getting from bangkok airport 

How to get from Bangkok Airport to your Hotel

By globedrifters Amazing trips around the world | Asia | Thailand

How to get from Bangkok Airport to your Hotel

Getting from the Bangkok airport to your hotel in the city is easy enough and your best, fastest option is by taxi. There are two airports in Bangkok. One is called Suvarnabhumi Airport (BKK), the international flight hub. The other is called Don Mueang Airport (DMK) for domestic flights and some flights to and from neighboring countries. Both airports are about equal distance to the city center of Bangkok. For our 15-day Thailand for Lantern Festival trip, you will fly into Suvarnabhumi Airport (BKK).


Fill out your Arrival/Departure (TM6) Card

At some point during your flight, a flight attendant will give you an arrival/departure (TM6) card to fill out. Make sure to fill out the front and back of this card. In the “Arrival” section, there will be a field for your address in Thailand. For those on our Thailand for Lantern Festival trip, write “Ad Lib Hotel” followed by the address that can be found in your pre-departure notes. Be sure to completely fill out this card because you will be asked for it when going through immigration.

You will get the arrival/departure card on your flight.

Deplane and Pass Through Immigration

Once you get off the plane, you must go through immigration. Look for the signs that say “Immigration 3” and they will point you in the right direction.

Follow the “Immigration 3” signs.

You DO NOT need a visa upon arrival. Some of you will have a layover in China or Taiwan and a lot of your fellow passengers from other countries will be going toward the “Visa Upon Arrival” area. However, if you are American, British, Canadian or Australian, you do not have to go there. Instead, go toward the general immigration line. 

If you’re on one of our trips, DO NOT go here!

Collect your Luggage and Exchange or Withdraw Money

After passing through immigration, make your way to the baggage claim area. Take a look at the monitors to find your flight number to see what baggage claim carousel your luggage can be found at.

Once you collect your bags, you may want to exchange some money at the exchange counter. These counters are located generously outside of the baggage claim area.

You can exchange money after exiting the baggage claim area.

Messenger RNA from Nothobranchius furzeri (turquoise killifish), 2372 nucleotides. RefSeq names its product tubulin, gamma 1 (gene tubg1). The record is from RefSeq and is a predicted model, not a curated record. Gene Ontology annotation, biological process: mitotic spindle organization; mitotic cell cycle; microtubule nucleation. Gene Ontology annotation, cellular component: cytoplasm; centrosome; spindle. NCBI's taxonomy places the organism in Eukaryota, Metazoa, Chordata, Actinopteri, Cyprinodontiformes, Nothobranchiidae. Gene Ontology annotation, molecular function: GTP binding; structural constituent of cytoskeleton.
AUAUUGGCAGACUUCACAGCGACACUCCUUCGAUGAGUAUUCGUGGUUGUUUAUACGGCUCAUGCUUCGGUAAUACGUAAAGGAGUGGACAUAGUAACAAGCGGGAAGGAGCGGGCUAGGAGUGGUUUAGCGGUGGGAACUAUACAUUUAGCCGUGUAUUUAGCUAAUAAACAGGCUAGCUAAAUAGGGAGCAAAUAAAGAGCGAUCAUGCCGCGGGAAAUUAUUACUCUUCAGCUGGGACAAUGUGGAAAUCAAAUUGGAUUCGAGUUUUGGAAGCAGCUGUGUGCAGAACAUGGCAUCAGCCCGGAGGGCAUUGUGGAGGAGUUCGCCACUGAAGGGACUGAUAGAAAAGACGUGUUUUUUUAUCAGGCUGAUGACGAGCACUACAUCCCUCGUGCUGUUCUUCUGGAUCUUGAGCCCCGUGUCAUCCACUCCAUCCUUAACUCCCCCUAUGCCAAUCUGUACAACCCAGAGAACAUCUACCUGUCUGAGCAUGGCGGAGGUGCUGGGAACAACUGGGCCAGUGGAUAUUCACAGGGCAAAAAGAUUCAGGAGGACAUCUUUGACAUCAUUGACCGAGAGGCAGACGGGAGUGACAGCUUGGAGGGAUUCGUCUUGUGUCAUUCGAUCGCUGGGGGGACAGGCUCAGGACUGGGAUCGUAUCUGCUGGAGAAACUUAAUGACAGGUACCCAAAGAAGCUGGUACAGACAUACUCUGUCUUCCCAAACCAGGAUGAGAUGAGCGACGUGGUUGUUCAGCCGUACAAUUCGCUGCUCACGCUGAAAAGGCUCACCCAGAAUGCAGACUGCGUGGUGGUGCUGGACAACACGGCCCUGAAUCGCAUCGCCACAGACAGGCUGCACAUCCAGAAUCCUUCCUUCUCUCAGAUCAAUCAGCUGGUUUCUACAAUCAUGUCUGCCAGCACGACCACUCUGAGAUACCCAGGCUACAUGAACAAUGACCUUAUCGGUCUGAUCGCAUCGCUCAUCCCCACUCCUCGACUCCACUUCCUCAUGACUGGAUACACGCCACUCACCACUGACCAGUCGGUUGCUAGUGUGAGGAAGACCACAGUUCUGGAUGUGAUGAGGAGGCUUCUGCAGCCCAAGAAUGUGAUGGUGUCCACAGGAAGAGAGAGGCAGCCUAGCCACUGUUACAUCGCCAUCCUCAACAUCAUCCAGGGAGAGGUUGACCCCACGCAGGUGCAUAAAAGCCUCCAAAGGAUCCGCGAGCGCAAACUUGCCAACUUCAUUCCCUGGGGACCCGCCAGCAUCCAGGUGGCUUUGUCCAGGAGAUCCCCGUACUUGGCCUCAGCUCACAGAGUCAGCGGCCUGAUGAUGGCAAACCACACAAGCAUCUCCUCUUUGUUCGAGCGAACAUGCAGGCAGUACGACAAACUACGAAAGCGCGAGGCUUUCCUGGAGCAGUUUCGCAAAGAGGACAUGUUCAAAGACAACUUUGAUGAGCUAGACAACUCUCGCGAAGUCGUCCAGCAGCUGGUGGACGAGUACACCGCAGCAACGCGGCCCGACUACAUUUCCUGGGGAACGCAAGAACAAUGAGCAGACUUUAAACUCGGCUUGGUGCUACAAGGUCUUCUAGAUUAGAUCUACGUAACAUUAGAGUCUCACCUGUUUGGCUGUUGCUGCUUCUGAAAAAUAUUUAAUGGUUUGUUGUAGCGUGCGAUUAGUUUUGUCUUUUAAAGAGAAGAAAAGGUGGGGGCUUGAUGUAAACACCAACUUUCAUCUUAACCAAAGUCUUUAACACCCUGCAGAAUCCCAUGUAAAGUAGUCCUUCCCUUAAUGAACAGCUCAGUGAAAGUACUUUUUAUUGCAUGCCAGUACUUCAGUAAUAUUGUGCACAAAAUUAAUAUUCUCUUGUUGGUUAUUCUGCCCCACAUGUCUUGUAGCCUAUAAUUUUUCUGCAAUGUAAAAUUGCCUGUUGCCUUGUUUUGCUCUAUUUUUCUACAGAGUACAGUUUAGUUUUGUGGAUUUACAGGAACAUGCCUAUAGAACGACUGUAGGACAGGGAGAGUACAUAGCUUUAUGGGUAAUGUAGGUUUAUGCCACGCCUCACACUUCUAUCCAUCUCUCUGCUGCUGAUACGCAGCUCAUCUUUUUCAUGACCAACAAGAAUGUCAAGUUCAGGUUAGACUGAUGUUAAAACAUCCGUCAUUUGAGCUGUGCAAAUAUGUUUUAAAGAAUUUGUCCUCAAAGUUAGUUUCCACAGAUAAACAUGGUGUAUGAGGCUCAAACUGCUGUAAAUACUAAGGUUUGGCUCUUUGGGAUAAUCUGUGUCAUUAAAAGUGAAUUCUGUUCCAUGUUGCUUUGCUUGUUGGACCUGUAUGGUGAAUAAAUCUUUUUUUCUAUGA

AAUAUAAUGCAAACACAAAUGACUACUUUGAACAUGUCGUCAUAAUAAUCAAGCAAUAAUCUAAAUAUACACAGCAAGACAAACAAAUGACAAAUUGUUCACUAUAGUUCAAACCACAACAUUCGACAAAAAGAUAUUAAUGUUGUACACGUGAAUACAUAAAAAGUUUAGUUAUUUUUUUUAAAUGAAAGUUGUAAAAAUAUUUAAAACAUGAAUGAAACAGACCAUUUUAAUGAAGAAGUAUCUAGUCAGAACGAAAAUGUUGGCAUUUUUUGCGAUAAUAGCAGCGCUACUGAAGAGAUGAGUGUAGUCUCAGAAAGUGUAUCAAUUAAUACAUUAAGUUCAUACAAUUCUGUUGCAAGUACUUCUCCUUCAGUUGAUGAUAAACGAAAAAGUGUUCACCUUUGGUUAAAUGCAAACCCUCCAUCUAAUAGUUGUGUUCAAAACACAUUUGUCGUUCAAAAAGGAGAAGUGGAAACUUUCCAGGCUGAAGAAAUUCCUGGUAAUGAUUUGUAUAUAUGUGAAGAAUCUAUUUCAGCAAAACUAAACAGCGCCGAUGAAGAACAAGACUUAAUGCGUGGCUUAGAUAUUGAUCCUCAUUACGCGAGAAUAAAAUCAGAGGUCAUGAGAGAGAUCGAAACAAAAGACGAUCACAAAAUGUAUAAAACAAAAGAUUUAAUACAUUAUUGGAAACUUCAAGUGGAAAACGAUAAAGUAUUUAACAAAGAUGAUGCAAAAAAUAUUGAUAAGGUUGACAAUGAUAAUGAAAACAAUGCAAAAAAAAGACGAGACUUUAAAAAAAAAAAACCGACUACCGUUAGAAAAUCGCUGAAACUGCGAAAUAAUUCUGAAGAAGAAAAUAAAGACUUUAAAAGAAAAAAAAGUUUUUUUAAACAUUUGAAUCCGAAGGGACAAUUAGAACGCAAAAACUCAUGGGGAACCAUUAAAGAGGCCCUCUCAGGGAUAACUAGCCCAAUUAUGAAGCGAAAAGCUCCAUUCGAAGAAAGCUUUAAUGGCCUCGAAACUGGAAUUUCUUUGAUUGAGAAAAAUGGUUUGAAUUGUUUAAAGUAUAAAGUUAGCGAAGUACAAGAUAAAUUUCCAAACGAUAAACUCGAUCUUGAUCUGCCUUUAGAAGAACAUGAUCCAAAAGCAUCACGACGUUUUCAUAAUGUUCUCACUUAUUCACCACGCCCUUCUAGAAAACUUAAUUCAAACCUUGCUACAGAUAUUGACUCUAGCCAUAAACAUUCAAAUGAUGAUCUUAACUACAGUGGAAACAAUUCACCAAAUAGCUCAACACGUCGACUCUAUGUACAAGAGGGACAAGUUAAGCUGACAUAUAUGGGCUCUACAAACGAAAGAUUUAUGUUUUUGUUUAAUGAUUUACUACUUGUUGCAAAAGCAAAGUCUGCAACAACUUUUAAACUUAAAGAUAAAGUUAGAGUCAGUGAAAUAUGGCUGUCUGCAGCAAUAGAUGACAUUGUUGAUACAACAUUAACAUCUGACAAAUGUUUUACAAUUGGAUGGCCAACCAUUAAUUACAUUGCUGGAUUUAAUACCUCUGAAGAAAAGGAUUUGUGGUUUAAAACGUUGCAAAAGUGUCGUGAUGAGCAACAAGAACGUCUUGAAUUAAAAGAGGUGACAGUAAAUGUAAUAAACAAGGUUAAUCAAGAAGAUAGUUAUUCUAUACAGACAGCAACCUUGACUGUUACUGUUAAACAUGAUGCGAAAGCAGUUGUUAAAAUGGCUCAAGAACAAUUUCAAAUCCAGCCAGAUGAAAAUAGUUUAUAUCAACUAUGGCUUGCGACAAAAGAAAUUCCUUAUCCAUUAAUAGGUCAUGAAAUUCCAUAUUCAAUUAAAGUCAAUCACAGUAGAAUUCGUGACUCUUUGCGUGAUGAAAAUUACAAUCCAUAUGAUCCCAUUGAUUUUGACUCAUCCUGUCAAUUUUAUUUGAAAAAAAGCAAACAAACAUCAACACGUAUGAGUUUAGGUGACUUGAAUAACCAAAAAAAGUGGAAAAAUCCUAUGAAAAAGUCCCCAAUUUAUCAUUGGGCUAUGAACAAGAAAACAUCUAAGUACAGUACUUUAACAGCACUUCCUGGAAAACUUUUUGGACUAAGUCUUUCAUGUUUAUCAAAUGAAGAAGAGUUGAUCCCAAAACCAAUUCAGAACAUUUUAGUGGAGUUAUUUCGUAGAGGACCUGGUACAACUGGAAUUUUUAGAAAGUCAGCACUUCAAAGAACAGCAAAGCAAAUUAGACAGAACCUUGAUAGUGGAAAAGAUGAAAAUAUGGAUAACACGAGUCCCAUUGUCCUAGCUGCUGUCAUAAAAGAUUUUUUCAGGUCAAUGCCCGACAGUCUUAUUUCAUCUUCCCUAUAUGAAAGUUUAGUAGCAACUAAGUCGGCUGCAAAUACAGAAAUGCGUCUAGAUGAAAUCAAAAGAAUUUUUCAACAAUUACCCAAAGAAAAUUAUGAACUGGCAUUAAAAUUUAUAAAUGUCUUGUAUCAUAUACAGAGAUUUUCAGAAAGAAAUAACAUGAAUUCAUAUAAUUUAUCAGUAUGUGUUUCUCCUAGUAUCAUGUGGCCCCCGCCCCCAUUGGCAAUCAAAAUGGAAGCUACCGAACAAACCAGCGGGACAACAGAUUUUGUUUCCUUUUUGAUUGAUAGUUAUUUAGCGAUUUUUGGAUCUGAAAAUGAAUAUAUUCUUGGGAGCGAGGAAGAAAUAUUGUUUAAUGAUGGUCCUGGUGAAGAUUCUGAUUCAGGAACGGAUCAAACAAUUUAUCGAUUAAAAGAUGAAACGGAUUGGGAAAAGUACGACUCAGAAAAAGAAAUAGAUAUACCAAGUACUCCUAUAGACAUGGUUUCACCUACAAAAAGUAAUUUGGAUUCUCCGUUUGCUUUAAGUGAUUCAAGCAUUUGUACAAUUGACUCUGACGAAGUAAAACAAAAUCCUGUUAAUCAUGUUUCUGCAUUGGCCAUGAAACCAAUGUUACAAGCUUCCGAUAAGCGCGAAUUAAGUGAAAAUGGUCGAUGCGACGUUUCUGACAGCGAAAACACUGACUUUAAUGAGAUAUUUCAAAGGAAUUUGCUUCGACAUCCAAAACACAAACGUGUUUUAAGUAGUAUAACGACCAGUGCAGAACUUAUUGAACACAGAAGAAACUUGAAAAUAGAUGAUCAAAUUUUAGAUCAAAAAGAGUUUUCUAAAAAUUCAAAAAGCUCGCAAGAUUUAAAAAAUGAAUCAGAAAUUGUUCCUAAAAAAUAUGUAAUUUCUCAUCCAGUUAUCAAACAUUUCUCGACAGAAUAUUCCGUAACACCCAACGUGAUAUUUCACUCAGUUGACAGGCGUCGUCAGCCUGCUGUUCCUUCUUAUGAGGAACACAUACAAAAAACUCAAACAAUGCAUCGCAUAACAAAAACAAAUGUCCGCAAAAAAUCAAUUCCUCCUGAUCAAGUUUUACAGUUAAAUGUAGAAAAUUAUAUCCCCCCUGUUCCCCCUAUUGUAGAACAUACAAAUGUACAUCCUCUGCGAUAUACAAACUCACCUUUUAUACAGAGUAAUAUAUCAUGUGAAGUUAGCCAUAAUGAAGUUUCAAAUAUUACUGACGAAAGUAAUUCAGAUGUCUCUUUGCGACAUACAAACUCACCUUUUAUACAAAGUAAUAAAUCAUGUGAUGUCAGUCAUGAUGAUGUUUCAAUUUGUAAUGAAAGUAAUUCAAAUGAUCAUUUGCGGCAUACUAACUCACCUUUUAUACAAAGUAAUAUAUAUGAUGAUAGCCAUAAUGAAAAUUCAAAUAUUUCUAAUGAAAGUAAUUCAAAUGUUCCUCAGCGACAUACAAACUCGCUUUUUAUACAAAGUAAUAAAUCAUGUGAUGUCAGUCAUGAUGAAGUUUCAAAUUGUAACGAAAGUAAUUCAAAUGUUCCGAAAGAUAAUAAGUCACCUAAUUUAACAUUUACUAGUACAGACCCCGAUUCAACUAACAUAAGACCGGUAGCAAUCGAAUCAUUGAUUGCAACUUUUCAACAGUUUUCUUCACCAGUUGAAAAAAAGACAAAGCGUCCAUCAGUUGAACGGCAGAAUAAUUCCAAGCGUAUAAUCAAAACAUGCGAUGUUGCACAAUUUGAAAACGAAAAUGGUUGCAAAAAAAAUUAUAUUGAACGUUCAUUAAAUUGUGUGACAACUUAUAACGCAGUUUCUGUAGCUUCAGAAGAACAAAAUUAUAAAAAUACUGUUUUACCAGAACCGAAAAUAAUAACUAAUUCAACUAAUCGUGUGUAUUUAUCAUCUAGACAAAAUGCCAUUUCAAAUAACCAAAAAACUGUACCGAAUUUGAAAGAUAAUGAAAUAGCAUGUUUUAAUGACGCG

Remember that the airport currency exchange counters do not usually offer very good exchange rates. We recommend exchanging a small amount of cash, around $50 USD worth or so. Alternatively, you might select to withdraw cash from the ATM. If withdrawing from the ATM, make sure you still have some cash to exchange on you just in case your bank puts a stop on your card. If pulling from the ATM, we suggest taking out a relatively larger amount as withdrawal fees are usually 220 baht ($6) per withdrawal plus whatever fees your home bank charges you which is usually around $5 per transaction. We suggest pulling out the maximum which is usually 20,000 baht (approximately $565 USD) depending on the machine.

Thai baht (THB).

Find the Public Taxi Computer Kiosk Queue

One of our favorite things about Bangkok airport is there is almost zero or very limited harassment from taxi drivers like you may have seen in other airports around the world. This means you won’t be swarmed by taxi drivers trying to make a quick buck as soon as you step outside. All you need to do is follow the “Public Taxi” signs to catch your ride to your hotel.

Follow the “Public Taxi” signs.

Go down one floor and continue to follow the signs that say “Public Taxi” (see below).

Keep following the “Public Taxi” signs!

You will eventually arrive at the public taxi queue. There, you will find some small computer kiosks. There will also be two attendants standing by if you need help. Watch the video below to help you find the public taxi kiosks.

Push the one and only button in the middle of the computer screen and you will receive a number between 1 and 25. Locate the illuminated lane number that corresponds with your ticket and go to the car in that lane.

Look at your ticket # and find the corresponding taxi lane.

The taxi driver will help you with your luggage. These are all metered taxis so don’t worry about getting ripped off.

Give the driver the name of your hotel and the address written in Thai from the pre-departure notes and you’ll be on your way!

Taking the Highway and Paying the Tolls